What to Say If Your Friend Has a Miscarriage

I remember feeling so unprepared. I had no idea how traumatic having a miscarriage would be both physically and emotionally. It was hard on my body, which had already adjusted to being pregnant. I had a ton of unexpected feelings ranging from shame and embarrassment to relief. And it was even hard for my husband and I to deal with as a couple because it felt so different for him than it did for me. Friends of mine who had never been through a miscarriage, or even childbirth at all, struggled to find ways to be supportive. They mainly just had no idea what I was going through, so didn’t know what to say, or if they should say anything at all.

Now that we are on the other side of a painful time, I have loads of insight on what going through this is like, and how to talk to a friend who has recently been through a miscarriage. About 1 in 4 women experience this, so it’s much more common than you think. You’ll find that many women simply haven’t talked about it because either no one asks them, or they’ve felt it’s awkward or inappropriate to share.

My philosophy on talking to a friend about anything hard is this:

“No act of kindness, no matter how small, is ever wasted.”

(Thank you, Aesop, and Amen to that!) If your intention is to be supportive, then go for it. Here are some tips for what to say, and when.


“I love you no matter what. Reach out to me anytime, for any reason.”

Often we just need to hear the people we love remind us that they love us. This is a great thing to say once you’ve heard the news. Let your friend know that no matter what she’s feeling or needing, you’re there for her. I felt much better to hear someone say something short and sweet, rather than avoid the subject and say nothing. Sometimes all I could muster was an emoji heart response, and that’s okay.

“I have no idea what’s appropriate to say or do, but I’m here for you.”

If you’re really at a loss, just tell your friend this. It’s appropriate to say at anytime and they’ll totally understand, yet still feel the love and care from you.

“If you don’t want to talk about it, let me know. But if you do, how are you feeling?”

Asking how someone is feeling is such a loaded question. Give your friend the option to not talk about it first, and then keep the door open to be a friendly ear. I’d say a few days after you’ve initially touched base, this is a great follow up. I felt like talking about my experience helped me heal, so appreciated when friends didn’t avoid it. I also felt sometimes like the avoidance was more awkward than just asking me outright how I was doing.


“I know this may be a hard time for you, so I would love to help you take your mind off it. Want to get a mani tomorrow?”

I loved it when friends reached out to get some quality time in with me and take me out of the house. I’d be sure to wait until it’s a week or more after you hear the news, as outings immediately following something traumatic can feel overwhelming. Making the plan for me, and making it easy to say yes to something small really helped me get out of my funk. Offer to take your friend out for something easy and non-committal, and be sure to plan all the details from picking her up to choosing the place.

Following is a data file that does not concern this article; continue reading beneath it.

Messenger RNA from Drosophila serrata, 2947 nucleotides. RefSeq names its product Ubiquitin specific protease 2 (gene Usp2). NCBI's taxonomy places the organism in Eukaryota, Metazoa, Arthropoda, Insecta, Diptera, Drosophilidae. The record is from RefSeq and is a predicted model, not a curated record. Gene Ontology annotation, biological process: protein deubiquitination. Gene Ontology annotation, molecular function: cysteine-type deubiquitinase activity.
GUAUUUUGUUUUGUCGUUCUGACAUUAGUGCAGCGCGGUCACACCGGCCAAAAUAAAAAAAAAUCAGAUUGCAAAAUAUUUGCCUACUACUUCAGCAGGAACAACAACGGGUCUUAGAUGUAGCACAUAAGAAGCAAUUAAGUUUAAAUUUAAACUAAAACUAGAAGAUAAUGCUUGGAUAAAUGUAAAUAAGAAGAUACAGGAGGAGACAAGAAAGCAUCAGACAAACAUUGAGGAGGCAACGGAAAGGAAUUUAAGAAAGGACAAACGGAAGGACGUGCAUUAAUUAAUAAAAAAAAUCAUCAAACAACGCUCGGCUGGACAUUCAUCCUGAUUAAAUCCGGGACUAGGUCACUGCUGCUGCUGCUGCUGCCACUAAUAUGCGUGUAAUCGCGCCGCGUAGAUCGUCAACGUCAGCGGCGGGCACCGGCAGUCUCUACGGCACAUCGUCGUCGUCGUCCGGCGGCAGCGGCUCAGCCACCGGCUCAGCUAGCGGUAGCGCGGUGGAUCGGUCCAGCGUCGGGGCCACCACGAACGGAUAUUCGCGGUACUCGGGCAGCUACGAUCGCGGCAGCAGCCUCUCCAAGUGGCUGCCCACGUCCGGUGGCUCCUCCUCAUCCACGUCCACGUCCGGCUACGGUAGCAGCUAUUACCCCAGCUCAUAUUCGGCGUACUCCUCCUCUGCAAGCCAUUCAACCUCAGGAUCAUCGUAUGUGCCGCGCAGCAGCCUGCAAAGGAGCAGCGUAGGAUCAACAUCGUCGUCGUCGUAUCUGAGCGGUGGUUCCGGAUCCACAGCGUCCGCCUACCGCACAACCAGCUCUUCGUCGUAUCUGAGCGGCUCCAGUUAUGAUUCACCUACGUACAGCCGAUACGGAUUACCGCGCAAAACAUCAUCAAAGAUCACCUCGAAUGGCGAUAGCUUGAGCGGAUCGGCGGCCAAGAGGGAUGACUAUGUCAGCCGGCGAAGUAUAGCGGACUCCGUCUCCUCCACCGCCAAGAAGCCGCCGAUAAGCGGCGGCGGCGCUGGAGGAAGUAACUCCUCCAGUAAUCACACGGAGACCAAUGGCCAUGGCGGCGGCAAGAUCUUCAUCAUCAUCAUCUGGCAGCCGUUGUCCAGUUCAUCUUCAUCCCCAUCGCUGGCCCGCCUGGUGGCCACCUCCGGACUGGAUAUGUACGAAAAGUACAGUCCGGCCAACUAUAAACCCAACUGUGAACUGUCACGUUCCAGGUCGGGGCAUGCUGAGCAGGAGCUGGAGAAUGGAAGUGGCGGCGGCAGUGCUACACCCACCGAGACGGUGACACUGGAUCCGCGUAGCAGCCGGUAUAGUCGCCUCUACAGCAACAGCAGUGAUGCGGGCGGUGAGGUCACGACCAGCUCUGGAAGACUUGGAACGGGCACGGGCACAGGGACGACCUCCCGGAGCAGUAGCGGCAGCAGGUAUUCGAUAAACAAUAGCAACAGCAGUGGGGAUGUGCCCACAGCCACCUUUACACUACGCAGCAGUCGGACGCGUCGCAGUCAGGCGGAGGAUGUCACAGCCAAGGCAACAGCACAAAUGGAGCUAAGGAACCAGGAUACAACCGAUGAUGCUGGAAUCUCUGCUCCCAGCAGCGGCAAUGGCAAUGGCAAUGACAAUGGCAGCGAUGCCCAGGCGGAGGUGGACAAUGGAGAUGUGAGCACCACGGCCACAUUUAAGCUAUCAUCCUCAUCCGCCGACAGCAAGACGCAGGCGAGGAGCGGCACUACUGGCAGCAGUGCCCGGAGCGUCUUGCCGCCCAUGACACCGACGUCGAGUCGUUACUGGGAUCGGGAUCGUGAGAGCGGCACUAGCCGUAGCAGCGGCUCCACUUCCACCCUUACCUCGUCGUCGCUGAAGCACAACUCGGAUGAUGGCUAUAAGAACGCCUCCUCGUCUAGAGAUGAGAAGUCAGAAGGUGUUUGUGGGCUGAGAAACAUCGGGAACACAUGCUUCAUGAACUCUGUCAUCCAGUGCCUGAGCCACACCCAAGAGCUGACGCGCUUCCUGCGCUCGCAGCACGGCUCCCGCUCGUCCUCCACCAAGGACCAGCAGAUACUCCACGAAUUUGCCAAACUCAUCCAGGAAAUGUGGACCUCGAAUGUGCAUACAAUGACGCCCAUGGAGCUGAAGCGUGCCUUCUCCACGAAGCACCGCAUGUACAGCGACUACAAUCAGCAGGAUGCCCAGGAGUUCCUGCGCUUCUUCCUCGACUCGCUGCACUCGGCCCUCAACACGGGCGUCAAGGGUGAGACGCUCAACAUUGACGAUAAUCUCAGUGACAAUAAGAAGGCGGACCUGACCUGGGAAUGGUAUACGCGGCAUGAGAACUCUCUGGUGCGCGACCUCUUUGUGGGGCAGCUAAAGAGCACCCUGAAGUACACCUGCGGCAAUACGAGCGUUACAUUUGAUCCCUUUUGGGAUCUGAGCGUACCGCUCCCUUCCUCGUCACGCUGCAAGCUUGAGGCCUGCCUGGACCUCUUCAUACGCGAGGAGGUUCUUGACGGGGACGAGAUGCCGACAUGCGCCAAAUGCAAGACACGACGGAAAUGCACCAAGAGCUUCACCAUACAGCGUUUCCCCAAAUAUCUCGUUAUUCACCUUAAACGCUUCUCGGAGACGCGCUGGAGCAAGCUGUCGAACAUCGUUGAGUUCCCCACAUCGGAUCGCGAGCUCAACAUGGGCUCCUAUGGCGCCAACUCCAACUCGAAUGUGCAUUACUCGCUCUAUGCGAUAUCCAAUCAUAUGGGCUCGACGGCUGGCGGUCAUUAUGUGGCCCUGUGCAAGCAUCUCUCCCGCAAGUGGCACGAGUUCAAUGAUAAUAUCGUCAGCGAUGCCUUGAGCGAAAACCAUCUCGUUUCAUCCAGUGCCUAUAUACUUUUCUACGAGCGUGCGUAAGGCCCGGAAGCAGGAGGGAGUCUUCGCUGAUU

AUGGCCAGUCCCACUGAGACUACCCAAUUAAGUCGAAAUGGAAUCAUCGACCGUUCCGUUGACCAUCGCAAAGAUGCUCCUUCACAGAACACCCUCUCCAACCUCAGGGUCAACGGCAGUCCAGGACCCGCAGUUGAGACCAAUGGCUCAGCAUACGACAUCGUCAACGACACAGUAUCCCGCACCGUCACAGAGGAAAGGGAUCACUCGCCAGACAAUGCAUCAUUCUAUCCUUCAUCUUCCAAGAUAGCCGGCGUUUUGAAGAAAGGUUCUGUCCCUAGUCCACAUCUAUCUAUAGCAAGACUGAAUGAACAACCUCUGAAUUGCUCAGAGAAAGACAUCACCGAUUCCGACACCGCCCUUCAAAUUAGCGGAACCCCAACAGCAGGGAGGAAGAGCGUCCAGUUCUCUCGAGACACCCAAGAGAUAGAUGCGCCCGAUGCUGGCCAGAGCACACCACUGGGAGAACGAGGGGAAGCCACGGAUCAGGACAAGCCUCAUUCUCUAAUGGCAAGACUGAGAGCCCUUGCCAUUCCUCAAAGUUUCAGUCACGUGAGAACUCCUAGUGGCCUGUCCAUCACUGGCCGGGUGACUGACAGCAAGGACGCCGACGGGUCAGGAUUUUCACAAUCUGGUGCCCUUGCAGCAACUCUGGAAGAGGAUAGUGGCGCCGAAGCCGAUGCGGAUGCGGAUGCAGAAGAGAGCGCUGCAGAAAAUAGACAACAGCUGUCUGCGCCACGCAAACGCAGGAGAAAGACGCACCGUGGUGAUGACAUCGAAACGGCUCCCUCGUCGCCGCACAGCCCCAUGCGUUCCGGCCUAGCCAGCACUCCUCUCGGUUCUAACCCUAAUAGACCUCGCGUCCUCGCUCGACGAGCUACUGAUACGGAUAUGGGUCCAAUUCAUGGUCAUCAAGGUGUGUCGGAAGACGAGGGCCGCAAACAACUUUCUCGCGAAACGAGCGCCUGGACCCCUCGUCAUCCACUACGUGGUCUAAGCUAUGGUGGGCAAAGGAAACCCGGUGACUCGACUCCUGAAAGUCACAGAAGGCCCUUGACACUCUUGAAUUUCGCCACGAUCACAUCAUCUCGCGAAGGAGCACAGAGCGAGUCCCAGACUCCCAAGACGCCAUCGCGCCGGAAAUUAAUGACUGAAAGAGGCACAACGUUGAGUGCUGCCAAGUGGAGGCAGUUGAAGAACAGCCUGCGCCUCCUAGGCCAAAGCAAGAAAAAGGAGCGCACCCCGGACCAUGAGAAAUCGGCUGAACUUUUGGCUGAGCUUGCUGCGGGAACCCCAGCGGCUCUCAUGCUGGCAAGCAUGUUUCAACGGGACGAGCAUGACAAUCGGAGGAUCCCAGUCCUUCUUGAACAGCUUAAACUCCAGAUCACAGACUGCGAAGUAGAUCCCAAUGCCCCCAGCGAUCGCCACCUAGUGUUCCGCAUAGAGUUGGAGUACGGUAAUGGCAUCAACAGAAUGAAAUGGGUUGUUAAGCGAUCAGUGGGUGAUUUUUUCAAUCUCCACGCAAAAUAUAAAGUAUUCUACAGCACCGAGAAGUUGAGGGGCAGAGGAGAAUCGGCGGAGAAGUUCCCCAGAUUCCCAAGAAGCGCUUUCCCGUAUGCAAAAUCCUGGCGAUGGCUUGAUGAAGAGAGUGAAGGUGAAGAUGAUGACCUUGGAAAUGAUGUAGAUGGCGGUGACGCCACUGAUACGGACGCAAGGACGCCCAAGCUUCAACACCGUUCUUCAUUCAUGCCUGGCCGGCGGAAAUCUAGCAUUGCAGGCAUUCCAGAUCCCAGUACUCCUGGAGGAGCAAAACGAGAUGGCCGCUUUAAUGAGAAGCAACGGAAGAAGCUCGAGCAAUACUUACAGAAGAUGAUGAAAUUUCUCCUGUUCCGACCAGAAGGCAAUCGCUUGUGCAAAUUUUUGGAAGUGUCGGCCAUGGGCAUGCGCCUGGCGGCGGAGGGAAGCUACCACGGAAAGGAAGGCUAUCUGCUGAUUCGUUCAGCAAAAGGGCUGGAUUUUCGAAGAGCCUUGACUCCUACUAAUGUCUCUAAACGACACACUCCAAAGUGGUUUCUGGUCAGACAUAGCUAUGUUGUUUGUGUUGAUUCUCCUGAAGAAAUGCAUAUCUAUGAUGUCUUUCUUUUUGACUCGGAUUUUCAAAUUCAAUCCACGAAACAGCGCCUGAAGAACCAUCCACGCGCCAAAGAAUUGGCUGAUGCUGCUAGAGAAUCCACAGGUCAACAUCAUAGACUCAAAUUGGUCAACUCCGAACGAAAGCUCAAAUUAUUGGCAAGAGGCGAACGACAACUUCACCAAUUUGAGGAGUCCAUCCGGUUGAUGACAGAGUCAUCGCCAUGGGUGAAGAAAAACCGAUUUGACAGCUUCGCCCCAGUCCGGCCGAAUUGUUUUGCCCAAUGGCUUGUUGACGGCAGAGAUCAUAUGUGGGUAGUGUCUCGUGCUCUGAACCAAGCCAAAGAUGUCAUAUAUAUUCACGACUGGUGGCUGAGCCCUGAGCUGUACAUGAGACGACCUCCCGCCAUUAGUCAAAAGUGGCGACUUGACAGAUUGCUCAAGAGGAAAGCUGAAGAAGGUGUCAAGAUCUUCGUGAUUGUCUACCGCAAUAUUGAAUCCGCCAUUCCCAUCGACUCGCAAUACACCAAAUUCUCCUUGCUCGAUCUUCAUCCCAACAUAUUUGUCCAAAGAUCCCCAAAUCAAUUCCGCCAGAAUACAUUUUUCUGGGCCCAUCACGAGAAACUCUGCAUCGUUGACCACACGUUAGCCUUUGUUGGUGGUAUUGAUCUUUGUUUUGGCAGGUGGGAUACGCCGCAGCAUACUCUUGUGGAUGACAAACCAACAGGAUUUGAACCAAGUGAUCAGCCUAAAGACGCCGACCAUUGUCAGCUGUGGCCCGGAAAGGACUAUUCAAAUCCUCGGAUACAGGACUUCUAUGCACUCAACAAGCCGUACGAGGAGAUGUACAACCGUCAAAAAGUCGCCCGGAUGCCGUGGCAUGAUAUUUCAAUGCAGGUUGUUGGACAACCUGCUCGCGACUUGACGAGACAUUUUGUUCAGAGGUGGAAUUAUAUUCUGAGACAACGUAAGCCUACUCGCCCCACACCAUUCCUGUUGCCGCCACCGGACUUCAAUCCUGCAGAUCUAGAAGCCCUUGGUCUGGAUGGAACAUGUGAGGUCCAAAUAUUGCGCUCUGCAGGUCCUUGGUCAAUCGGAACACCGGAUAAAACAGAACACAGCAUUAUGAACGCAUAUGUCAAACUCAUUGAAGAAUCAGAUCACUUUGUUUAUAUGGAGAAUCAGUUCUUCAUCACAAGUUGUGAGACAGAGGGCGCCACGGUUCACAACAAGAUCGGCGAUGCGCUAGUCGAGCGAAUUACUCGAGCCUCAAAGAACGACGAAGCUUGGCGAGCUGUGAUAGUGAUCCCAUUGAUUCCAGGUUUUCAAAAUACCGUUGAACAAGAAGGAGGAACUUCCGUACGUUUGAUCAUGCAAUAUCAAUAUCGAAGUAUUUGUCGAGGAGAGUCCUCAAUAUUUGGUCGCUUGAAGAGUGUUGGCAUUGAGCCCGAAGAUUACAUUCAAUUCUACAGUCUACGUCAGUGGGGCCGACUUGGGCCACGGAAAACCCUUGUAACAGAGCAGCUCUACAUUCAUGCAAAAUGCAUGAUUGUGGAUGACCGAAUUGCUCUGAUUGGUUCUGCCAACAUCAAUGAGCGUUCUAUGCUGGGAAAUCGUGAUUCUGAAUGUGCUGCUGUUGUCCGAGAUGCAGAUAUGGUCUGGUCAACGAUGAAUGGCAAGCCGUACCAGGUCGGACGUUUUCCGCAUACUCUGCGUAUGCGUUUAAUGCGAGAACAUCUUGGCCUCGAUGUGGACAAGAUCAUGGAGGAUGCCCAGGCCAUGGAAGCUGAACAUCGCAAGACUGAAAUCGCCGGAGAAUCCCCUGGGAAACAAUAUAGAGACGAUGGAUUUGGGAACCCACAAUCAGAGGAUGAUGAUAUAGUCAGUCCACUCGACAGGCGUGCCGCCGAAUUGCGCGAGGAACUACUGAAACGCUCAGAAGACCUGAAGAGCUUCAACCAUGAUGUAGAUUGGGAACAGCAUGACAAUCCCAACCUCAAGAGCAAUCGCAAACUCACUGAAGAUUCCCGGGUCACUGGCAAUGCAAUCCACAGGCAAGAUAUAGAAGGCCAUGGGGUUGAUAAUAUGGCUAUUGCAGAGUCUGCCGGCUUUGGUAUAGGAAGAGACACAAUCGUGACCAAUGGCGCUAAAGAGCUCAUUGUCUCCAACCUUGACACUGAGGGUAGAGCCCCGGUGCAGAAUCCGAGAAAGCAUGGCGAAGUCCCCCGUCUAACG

“I’ve been in this situation too, and would love to chat with you about it if you’d like.”

If you have also had a miscarriage and feel comfortable sharing, offer to do so. This is a great thing to express at any time. I found so much comfort in knowing I wasn’t alone. I had almost a dozen friends also experience this form of loss, and never had any idea! It brought us closer being able to relate to each other, it really gave me hope that I’d heal, and also that my dreams for another child in the future were totally possible.

No matter what we go through in life, we are never alone.

Though sometimes it feels like we are. I encourage you to be brave and offer to share your story if you feel it would be helpful.

It’s often through the hardest times that our friendships are truly tested. As your friend goes through a traumatic season of life, I applaud you for reaching out and walking with her through it. Nothing is as valuable as the love and support of a good friend who can weather any storm with you. On a final note, all people process loss and grief differently. Some cry, some hide it and act “normal”, and some really are at peace throughout the experience. Try to withhold judgment and simply be supportive.

Bailey Van Tassel

Bailey is a writer, wife, and mother, as well as the Director of Generosity and Culture for Auric Road, a petite resort hospitality brand, where she creates unforgettable experiences for guests and the community. She brings a wealth of knowledge from over ten years of studying the way the private sector interacts with the social sector, and how cause marketing can change the world. She founded her own social responsibility firm, Abel Impact, and has worked with companies like Google, Sysco, MasterCard, Club Corp, and many others. Bailey’s ultimate passion lies in writing about home and happiness, along with her love for her family, yoga, cooking, and doing anything outside.